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More important: My last word on America's longest bad acid trip: Votevotevotevotevotevotevotevotevotevotevotevotevotevotevotevotevotevotevotevotevotevotevotevotevotevotevotevotevotevote.
That was my last word on the subject. And now: There has never been an accurate depiction of writing in movies or on television. I understand why that is true: Watching someone write is almost as much fun as watching the blank screen but offers less hope for improvement. Even people who write in teams like collaborators or television writing rooms are given to long, quiet, inert phases where nothing is happening. The most you can expect in terms of visual excitement is the writer pacing. The largest sign of progress is... typing.
So it makes sense that no film or television program has ever successfully made drama out of writing. Writers in movies and TV tend to be doing something other than writing when we see them. They are solving crimes (Castle), solving even more crimes (Murder, She Wrote), solving crimes based on their work (The Raven), or searching for inspiration while probably falling in love (all other movies with writers in them).
What's interesting about the depictions in popular entertainment is how much the stories get wrong, given that they were all written by, I'm gonna say writers. Assigned with the impossible task of making the routine of someone like me interesting, most writers punt. They fall back on the popular tropes that have worked before and don't try for a new approach. I understand that impulse too, given the high level of difficulty involved. I wouldn't want to have to write an accurate but engrossing portrait of a writer at work.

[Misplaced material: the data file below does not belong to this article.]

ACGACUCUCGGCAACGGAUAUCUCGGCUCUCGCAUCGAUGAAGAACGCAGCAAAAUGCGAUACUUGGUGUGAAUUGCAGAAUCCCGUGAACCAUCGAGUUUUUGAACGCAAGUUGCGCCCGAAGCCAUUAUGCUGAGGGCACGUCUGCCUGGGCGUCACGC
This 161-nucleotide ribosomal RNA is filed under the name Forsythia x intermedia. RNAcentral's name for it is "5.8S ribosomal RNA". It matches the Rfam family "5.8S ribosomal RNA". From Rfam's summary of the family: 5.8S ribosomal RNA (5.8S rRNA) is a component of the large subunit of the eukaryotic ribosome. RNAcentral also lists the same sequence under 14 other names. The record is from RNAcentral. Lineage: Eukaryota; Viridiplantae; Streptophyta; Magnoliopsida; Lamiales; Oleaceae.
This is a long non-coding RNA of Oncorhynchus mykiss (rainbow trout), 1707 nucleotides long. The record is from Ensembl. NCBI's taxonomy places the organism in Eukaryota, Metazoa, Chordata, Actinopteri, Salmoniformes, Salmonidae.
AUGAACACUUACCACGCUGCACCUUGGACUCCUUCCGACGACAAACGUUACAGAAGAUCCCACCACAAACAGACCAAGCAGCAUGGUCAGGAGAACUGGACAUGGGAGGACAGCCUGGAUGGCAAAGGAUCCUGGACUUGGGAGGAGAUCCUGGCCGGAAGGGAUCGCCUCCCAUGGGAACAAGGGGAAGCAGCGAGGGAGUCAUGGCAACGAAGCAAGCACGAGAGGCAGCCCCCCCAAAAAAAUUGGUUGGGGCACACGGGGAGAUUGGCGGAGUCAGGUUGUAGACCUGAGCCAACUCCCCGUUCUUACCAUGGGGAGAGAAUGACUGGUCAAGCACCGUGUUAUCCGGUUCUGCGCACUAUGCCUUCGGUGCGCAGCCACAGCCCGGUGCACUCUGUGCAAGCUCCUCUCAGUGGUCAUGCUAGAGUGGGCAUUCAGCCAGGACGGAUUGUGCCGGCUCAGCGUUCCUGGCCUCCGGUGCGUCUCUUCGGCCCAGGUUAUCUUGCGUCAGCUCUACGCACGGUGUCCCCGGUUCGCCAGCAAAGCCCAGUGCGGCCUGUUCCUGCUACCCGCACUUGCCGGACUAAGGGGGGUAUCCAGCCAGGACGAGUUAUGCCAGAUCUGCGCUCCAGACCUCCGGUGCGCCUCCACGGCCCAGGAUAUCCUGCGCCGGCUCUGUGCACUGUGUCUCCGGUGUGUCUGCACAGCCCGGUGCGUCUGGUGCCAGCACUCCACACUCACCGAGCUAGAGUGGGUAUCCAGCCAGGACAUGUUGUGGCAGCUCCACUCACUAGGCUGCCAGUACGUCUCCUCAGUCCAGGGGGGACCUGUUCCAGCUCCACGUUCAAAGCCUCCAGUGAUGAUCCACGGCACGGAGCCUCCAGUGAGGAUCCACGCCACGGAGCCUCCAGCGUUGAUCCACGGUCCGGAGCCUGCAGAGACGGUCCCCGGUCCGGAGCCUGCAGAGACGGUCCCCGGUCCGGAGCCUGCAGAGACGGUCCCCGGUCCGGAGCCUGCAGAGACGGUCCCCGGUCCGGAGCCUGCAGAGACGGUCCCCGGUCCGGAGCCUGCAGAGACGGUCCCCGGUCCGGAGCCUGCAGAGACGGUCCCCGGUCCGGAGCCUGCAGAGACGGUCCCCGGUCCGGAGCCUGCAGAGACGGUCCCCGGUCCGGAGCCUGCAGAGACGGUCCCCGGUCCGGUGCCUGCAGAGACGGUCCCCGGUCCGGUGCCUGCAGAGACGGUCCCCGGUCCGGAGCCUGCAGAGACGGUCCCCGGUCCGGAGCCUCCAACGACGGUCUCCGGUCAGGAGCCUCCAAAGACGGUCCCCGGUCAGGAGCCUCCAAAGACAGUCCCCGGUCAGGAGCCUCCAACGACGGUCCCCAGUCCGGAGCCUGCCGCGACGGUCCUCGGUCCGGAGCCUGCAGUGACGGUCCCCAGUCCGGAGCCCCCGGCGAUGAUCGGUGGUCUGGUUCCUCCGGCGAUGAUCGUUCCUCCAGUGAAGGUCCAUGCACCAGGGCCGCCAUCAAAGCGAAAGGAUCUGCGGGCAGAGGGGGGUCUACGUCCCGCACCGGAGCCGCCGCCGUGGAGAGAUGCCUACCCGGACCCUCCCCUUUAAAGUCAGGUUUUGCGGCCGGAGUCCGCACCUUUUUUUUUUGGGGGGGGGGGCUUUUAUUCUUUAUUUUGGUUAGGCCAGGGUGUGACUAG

On the other hand, even writing a character who happens to be an author and, yes, is helping to solve crimes in the Mysterious Detective Mystery series, I have attempted to provide at least a little realism in the depiction. Rachel Goldman is a mid-list mystery author who just grinds it out. She writes 1,000 words a day (stop me if this sounds familiar) no matter what. She hates revisions. She watches the success of other writers and doesn't so much envy it as wonder why she isn't doing as well.
Rachel is constantly noticing things she might be able to use in a future book, and is always slightly disappointed in the way her work turns out. It's never quite what she envisioned, but she doesn't have time for that because she has to get another 1,000 words together for today.
She deals with the publishing business' foibles as many of us do: Rachel mostly ignores the industry and relies on her agent and her editor for information. She knows some booksellers but not enough. She has an assistant (which most of us definitely don't, but I wanted Rachel to have someone to ask for research and to talk to, so her assistant works only twice a week). She deals with her small group of fans gratefully but with some astonishment, wondering why they might be so devoted to her creation.
The whole thing about her character leaping off the page and showing up at her door is another story entirely.
Personally, I'm not looking for the accurate portrait of a working writer in popular entertainment because I sincerely believe it would be too dull to provide much amusement. But if anyone in the business would like to discuss putting Rachel up on the screen, they will find no resistance from me.
Bring it on, Hollywood.
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